A personal guide to de-mystifying my use of the WordPress Like, Reblog, Share and Follow buttons. I use these buttons, not because I am trying to gather followers, ramp up the hits for my own blog, get likes for my own posts, for any other kind of quid pro quo relationship, or even a twisted Pavlovian desire for validation. I am curious, and I enjoy what you blog about, for the pure and simple sake of enjoyment. There are no strings attached–as altruistic and syrupy as that may sound.
When I hit the [Like] button,
I like your post. Whether it is featured under Freshly Pressed or just the Reader. Whether it has no likes or 10 likes or 1000 likes. Whether it tells a story with a photo and a handful of words in prose or poetry, or a story with a handful of photos. I take in every word and every image. If the journey that your post takes me on transforms my way of thinking in even the smallest way, it deserves a [Like].
When I hit the [Reblog] button,
I really like your post. The message you’ve conveyed is one that resonates with me, is thought provoking, and/or is appropriate for the moment, and I would like to share it on my own blog. It may be a cute way of announcing a life milestone, like the birth of a baby, or the way that you, as a furry four-footed blogger, have changed the life of a human you own.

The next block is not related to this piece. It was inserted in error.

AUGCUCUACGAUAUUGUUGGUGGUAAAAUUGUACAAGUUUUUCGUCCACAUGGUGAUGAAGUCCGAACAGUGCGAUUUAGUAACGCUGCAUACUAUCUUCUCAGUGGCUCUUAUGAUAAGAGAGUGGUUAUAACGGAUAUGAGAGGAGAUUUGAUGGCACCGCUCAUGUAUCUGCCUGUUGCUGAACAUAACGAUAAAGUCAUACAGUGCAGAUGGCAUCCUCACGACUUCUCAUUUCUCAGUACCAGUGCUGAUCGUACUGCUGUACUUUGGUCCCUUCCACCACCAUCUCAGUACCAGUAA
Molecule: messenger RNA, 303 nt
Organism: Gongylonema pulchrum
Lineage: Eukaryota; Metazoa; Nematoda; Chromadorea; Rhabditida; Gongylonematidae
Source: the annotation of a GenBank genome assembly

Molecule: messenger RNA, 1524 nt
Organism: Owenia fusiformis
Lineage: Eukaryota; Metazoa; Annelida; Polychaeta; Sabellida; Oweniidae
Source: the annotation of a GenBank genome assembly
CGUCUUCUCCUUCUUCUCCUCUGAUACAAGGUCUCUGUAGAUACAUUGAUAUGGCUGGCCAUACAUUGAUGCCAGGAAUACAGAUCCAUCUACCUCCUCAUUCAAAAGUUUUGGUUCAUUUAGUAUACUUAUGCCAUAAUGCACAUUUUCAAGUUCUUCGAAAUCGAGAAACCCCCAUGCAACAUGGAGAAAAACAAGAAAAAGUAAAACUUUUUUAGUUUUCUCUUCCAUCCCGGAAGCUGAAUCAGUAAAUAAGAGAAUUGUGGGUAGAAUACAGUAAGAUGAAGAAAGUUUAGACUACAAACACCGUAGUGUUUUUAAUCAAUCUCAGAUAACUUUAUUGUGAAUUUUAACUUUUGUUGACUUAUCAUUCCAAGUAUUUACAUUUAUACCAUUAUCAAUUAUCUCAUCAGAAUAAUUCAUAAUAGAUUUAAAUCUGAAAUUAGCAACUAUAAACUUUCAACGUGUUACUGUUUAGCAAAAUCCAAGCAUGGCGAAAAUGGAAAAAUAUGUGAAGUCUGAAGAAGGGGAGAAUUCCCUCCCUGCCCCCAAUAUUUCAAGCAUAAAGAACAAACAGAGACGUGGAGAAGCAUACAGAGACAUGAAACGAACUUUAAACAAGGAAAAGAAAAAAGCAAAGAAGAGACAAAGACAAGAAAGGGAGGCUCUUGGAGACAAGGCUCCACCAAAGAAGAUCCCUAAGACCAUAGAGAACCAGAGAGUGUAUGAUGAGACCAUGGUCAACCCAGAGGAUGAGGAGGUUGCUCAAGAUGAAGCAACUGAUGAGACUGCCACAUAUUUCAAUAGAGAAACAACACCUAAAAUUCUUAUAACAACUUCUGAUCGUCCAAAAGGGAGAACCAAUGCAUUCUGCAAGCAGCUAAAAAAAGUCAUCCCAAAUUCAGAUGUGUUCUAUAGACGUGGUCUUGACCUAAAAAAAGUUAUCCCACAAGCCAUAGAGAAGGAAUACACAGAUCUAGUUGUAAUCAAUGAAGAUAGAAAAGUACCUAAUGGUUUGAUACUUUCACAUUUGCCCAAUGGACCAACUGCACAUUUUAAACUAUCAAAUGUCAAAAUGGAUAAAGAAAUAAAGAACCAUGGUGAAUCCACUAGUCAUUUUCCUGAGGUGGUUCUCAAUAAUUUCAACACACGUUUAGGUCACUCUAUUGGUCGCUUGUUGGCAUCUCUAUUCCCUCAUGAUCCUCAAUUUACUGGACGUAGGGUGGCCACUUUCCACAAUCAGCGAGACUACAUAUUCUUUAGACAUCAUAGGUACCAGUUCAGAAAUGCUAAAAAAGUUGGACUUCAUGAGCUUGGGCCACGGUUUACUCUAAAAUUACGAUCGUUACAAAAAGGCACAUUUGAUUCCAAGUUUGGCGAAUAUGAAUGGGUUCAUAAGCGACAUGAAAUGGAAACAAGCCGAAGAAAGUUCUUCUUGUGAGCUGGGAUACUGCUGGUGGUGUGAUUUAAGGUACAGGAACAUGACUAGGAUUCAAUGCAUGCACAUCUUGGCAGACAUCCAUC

When I hit the [Share] button,
I really, really like your post. So much so that it should be shared on other social media platforms with my friends and family on FaceBook and Google+. It tells a story that is one-of-a-kind. Like the one of the devoted seventy-year old farmer who builds a heart-shaped tribute to his dearly departed wife of thirty-three years, using trees to make an eco-sculpture that is only visible from the air.
When I hit the [Follow] button,
I love your blog. Whether it has won an award. 2 awards, 10 awards, or none. Whether it has 10 followers or ten thousand followers. Because there is plenty there to inspire me. Not just a post, or posts. It’s the way you compose your thoughts. It’s how well you describe yourself on your About page. It’s your style and sense of humour, and how they make me contemplate my own.